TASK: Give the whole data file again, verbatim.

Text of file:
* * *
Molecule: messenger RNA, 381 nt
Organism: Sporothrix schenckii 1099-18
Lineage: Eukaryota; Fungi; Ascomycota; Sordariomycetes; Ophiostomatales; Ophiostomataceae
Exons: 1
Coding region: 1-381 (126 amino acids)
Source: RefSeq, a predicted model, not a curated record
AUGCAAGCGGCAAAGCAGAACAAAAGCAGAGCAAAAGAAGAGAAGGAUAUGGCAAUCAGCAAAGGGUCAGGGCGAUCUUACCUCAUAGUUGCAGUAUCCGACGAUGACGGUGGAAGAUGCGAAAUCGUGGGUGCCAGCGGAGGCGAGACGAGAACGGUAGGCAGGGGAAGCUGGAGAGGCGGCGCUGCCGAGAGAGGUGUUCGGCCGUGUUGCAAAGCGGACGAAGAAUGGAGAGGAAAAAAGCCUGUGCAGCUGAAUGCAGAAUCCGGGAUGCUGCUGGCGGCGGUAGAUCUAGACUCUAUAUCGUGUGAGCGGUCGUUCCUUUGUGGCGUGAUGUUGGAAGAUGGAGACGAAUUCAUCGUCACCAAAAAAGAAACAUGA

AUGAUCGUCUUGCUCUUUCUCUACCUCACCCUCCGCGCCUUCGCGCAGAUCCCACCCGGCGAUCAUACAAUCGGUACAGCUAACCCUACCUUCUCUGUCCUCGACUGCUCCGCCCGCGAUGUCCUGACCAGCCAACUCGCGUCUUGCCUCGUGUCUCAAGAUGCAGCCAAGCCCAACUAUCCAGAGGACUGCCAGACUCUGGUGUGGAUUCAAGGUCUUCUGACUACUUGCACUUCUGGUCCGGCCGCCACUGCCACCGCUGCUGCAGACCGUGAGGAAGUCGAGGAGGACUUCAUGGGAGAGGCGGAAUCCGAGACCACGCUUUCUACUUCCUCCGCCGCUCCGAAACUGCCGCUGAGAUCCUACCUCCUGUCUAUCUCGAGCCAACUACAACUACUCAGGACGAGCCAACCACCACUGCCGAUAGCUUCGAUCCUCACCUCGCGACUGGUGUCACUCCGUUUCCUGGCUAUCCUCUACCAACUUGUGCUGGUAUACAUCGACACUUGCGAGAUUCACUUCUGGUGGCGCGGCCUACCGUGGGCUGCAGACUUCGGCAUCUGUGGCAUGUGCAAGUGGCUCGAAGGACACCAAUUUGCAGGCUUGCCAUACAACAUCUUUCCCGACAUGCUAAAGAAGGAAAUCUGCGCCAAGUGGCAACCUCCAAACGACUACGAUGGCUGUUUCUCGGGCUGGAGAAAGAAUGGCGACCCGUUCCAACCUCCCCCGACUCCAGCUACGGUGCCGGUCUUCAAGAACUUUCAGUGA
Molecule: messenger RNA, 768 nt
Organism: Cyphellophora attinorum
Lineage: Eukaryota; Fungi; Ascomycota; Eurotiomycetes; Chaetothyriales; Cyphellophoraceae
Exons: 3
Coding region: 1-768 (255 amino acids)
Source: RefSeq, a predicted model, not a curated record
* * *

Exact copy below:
Molecule: messenger RNA, 381 nt
Organism: Sporothrix schenckii 1099-18
Lineage: Eukaryota; Fungi; Ascomycota; Sordariomycetes; Ophiostomatales; Ophiostomataceae
Exons: 1
Coding region: 1-381 (126 amino acids)
Source: RefSeq, a predicted model, not a curated record
AUGCAAGCGGCAAAGCAGAACAAAAGCAGAGCAAAAGAAGAGAAGGAUAUGGCAAUCAGCAAAGGGUCAGGGCGAUCUUACCUCAUAGUUGCAGUAUCCGACGAUGACGGUGGAAGAUGCGAAAUCGUGGGUGCCAGCGGAGGCGAGACGAGAACGGUAGGCAGGGGAAGCUGGAGAGGCGGCGCUGCCGAGAGAGGUGUUCGGCCGUGUUGCAAAGCGGACGAAGAAUGGAGAGGAAAAAAGCCUGUGCAGCUGAAUGCAGAAUCCGGGAUGCUGCUGGCGGCGGUAGAUCUAGACUCUAUAUCGUGUGAGCGGUCGUUCCUUUGUGGCGUGAUGUUGGAAGAUGGAGACGAAUUCAUCGUCACCAAAAAAGAAACAUGA

AUGAUCGUCUUGCUCUUUCUCUACCUCACCCUCCGCGCCUUCGCGCAGAUCCCACCCGGCGAUCAUACAAUCGGUACAGCUAACCCUACCUUCUCUGUCCUCGACUGCUCCGCCCGCGAUGUCCUGACCAGCCAACUCGCGUCUUGCCUCGUGUCUCAAGAUGCAGCCAAGCCCAACUAUCCAGAGGACUGCCAGACUCUGGUGUGGAUUCAAGGUCUUCUGACUACUUGCACUUCUGGUCCGGCCGCCACUGCCACCGCUGCUGCAGACCGUGAGGAAGUCGAGGAGGACUUCAUGGGAGAGGCGGAAUCCGAGACCACGCUUUCUACUUCCUCCGCCGCUCCGAAACUGCCGCUGAGAUCCUACCUCCUGUCUAUCUCGAGCCAACUACAACUACUCAGGACGAGCCAACCACCACUGCCGAUAGCUUCGAUCCUCACCUCGCGACUGGUGUCACUCCGUUUCCUGGCUAUCCUCUACCAACUUGUGCUGGUAUACAUCGACACUUGCGAGAUUCACUUCUGGUGGCGCGGCCUACCGUGGGCUGCAGACUUCGGCAUCUGUGGCAUGUGCAAGUGGCUCGAAGGACACCAAUUUGCAGGCUUGCCAUACAACAUCUUUCCCGACAUGCUAAAGAAGGAAAUCUGCGCCAAGUGGCAACCUCCAAACGACUACGAUGGCUGUUUCUCGGGCUGGAGAAAGAAUGGCGACCCGUUCCAACCUCCCCCGACUCCAGCUACGGUGCCGGUCUUCAAGAACUUUCAGUGA
Molecule: messenger RNA, 768 nt
Organism: Cyphellophora attinorum
Lineage: Eukaryota; Fungi; Ascomycota; Eurotiomycetes; Chaetothyriales; Cyphellophoraceae
Exons: 3
Coding region: 1-768 (255 amino acids)
Source: RefSeq, a predicted model, not a curated record